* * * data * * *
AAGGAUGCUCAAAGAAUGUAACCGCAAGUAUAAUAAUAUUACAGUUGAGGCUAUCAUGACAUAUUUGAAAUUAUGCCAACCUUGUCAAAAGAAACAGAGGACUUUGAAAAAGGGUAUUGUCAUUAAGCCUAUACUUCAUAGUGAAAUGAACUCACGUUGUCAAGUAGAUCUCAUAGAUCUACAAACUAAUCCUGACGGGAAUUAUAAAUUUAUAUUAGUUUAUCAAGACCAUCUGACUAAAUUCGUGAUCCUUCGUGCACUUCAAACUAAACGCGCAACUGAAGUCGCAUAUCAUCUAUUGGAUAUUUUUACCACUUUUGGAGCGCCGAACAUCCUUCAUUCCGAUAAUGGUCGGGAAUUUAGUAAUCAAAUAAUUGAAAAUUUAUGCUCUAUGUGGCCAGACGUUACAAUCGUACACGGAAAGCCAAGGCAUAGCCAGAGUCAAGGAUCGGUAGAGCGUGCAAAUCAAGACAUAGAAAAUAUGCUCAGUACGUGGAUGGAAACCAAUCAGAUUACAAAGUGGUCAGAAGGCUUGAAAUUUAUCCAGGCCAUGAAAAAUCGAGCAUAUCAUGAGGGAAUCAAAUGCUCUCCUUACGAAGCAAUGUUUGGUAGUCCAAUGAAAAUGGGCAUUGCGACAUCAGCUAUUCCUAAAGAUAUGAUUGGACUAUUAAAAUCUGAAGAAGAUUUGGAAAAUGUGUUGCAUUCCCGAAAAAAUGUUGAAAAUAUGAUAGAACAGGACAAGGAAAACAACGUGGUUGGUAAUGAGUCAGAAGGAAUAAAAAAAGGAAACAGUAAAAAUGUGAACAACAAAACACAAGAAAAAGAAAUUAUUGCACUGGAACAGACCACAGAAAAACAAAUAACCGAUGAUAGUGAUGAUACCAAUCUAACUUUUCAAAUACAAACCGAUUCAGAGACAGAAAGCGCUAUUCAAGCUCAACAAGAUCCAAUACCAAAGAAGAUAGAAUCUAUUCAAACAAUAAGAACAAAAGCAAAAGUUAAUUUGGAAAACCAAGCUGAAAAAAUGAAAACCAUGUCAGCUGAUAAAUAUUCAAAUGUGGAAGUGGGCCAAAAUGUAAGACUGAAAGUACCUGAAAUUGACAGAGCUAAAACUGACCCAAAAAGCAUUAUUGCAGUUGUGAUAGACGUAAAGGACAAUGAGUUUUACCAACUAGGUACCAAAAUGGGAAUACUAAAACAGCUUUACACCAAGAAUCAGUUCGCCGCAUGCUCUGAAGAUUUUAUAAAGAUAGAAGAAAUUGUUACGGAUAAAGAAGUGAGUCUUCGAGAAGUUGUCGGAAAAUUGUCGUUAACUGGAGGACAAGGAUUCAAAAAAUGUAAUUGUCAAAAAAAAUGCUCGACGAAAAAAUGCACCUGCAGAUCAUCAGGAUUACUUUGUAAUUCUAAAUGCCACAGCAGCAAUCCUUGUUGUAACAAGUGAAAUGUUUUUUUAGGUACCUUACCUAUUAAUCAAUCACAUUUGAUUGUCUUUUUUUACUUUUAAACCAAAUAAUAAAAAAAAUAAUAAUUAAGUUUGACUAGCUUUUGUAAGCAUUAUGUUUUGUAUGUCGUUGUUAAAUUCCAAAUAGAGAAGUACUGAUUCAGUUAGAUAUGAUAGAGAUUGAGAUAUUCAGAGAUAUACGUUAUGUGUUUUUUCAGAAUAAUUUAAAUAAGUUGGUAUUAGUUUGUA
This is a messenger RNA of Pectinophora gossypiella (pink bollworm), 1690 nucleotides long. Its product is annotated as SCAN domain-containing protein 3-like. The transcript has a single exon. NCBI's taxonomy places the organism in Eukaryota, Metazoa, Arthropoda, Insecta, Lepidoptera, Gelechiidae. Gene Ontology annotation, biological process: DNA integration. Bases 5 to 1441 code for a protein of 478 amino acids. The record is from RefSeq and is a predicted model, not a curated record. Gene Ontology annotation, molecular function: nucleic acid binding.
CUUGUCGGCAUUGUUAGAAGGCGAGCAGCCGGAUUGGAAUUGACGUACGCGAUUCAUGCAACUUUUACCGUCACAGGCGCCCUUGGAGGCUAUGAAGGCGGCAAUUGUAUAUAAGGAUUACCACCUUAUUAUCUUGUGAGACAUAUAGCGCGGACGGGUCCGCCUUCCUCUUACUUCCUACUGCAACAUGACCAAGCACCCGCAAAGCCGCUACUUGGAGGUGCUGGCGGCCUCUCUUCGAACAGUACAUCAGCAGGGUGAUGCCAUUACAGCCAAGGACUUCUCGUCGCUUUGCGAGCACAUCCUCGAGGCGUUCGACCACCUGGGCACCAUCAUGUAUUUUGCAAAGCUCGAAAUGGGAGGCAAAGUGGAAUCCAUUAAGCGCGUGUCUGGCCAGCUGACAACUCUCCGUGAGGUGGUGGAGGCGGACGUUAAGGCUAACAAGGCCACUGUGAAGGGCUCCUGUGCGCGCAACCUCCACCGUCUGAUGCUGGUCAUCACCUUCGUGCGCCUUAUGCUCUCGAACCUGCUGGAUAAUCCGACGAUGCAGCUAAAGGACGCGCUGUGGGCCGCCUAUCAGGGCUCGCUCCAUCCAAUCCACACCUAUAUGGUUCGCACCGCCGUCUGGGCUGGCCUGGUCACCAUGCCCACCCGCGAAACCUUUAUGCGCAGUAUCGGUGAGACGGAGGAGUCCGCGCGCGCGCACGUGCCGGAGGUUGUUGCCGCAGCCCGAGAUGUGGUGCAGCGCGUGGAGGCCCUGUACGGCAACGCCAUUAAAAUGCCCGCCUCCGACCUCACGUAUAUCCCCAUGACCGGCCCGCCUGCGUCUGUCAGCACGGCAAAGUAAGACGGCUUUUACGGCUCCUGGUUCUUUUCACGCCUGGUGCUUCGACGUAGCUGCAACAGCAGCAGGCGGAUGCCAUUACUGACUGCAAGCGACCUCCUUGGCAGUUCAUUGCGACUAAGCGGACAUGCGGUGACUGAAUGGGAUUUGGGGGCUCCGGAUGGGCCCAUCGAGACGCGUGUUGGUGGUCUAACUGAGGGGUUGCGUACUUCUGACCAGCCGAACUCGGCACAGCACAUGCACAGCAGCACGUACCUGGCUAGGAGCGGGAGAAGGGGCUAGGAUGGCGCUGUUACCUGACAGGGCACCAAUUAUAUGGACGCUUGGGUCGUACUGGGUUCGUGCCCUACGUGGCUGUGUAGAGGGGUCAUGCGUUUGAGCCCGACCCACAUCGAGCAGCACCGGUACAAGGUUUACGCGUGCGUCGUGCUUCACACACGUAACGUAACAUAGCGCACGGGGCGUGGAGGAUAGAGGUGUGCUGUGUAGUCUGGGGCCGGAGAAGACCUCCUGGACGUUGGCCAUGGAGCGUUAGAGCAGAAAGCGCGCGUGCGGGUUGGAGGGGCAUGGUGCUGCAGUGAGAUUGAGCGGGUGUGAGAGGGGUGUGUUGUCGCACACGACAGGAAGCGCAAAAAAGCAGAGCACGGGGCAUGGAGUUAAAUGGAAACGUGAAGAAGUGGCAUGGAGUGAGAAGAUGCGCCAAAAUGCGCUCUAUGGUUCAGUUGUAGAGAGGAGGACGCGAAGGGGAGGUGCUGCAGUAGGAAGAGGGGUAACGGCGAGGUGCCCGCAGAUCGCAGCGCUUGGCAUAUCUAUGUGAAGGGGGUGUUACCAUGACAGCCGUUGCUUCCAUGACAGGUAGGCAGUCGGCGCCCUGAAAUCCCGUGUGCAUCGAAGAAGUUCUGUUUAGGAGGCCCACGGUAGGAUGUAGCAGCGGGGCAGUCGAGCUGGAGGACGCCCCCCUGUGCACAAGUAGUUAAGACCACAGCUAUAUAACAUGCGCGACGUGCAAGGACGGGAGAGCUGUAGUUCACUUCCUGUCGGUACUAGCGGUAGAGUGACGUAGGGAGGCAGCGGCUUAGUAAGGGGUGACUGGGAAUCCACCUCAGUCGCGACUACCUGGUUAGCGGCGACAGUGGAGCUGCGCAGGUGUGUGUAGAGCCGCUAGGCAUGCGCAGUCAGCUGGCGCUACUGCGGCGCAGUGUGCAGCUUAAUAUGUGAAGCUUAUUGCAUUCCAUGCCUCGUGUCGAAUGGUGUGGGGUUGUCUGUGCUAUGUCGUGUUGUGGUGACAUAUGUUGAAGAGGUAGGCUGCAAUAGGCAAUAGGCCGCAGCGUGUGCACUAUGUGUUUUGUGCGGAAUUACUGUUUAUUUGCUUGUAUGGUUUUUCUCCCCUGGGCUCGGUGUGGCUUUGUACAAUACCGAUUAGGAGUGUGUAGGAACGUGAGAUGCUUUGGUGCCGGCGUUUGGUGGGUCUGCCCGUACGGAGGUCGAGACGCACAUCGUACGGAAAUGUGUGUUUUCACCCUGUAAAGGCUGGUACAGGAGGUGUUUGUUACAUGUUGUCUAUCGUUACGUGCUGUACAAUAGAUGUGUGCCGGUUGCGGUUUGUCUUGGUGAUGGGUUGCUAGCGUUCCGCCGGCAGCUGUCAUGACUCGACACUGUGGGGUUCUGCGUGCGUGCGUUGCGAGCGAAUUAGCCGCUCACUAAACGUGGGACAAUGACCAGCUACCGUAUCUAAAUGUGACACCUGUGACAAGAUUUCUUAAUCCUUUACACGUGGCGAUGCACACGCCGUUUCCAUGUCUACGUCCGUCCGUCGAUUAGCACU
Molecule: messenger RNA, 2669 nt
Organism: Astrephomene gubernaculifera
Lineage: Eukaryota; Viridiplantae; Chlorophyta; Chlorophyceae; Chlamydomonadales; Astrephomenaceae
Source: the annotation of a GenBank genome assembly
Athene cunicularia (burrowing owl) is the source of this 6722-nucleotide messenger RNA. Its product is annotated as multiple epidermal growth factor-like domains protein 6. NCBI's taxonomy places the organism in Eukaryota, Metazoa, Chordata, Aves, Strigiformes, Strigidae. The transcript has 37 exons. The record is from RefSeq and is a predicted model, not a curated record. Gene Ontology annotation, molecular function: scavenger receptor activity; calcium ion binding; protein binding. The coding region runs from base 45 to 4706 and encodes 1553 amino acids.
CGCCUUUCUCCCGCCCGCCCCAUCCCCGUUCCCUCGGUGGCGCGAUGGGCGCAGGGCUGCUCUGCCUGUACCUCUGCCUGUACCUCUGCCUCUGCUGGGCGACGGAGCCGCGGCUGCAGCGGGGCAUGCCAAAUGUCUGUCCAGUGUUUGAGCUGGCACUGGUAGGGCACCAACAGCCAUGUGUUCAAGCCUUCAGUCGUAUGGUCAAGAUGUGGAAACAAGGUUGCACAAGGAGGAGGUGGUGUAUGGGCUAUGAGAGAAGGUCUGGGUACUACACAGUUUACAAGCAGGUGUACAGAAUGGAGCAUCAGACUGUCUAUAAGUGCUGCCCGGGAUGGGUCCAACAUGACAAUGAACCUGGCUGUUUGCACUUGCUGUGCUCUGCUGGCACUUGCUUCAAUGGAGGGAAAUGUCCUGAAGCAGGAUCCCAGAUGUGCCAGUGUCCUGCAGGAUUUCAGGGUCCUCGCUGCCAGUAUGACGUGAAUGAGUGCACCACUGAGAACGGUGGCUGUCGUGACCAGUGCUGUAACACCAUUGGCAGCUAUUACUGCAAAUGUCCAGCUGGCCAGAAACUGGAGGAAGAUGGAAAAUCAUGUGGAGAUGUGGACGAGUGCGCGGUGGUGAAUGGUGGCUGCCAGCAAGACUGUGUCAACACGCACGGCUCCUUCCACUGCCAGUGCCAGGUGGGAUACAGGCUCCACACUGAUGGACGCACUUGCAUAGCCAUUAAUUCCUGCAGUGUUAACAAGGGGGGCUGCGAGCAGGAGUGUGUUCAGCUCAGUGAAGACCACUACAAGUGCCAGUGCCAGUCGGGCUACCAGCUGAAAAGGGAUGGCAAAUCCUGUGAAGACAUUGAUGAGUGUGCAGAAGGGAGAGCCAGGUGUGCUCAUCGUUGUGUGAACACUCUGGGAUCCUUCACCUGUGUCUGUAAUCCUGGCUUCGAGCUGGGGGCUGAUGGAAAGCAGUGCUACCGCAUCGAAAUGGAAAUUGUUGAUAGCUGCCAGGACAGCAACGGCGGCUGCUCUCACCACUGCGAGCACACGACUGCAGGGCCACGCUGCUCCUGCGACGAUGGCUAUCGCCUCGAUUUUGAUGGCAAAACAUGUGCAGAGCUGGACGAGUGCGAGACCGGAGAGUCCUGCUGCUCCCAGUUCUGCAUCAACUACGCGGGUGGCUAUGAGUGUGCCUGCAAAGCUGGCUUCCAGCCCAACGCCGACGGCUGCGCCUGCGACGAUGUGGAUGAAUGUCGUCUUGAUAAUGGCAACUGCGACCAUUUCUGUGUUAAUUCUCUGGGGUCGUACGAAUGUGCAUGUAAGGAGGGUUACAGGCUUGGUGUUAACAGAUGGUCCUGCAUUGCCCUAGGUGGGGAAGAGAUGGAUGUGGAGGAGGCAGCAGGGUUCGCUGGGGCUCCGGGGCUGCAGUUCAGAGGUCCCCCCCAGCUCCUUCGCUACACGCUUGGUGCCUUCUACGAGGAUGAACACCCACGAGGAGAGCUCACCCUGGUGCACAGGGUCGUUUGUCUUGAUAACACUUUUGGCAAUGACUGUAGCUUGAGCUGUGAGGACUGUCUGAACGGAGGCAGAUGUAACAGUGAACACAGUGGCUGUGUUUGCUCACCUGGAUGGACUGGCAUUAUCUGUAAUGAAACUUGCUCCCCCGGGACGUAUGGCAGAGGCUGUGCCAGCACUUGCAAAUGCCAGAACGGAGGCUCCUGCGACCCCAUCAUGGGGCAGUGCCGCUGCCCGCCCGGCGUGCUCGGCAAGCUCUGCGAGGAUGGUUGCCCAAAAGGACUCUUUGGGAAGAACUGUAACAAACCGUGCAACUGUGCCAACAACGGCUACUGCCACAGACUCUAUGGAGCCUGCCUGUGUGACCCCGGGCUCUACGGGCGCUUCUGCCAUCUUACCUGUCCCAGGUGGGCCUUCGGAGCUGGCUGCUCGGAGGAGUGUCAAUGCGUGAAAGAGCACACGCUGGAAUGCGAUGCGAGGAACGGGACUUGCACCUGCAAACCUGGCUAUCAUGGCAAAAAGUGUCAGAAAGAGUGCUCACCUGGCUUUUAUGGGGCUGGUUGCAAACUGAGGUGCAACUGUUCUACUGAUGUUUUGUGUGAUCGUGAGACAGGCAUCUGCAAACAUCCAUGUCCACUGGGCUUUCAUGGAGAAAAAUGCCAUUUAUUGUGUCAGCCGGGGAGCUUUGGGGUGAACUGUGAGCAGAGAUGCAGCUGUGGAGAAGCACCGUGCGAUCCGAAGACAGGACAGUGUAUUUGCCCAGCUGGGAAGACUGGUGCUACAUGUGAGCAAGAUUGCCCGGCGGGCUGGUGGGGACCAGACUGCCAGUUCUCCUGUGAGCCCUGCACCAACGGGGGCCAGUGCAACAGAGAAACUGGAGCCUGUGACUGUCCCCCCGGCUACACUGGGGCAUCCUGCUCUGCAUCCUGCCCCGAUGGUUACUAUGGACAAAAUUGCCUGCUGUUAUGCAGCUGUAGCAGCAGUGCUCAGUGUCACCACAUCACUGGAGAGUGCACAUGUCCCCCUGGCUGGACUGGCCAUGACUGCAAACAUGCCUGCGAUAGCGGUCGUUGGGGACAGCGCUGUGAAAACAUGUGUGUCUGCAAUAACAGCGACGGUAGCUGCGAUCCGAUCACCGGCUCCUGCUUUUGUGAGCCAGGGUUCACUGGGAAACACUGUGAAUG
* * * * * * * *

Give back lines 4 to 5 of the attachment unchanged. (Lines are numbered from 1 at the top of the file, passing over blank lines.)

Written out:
Molecule: messenger RNA, 2669 nt
Organism: Astrephomene gubernaculifera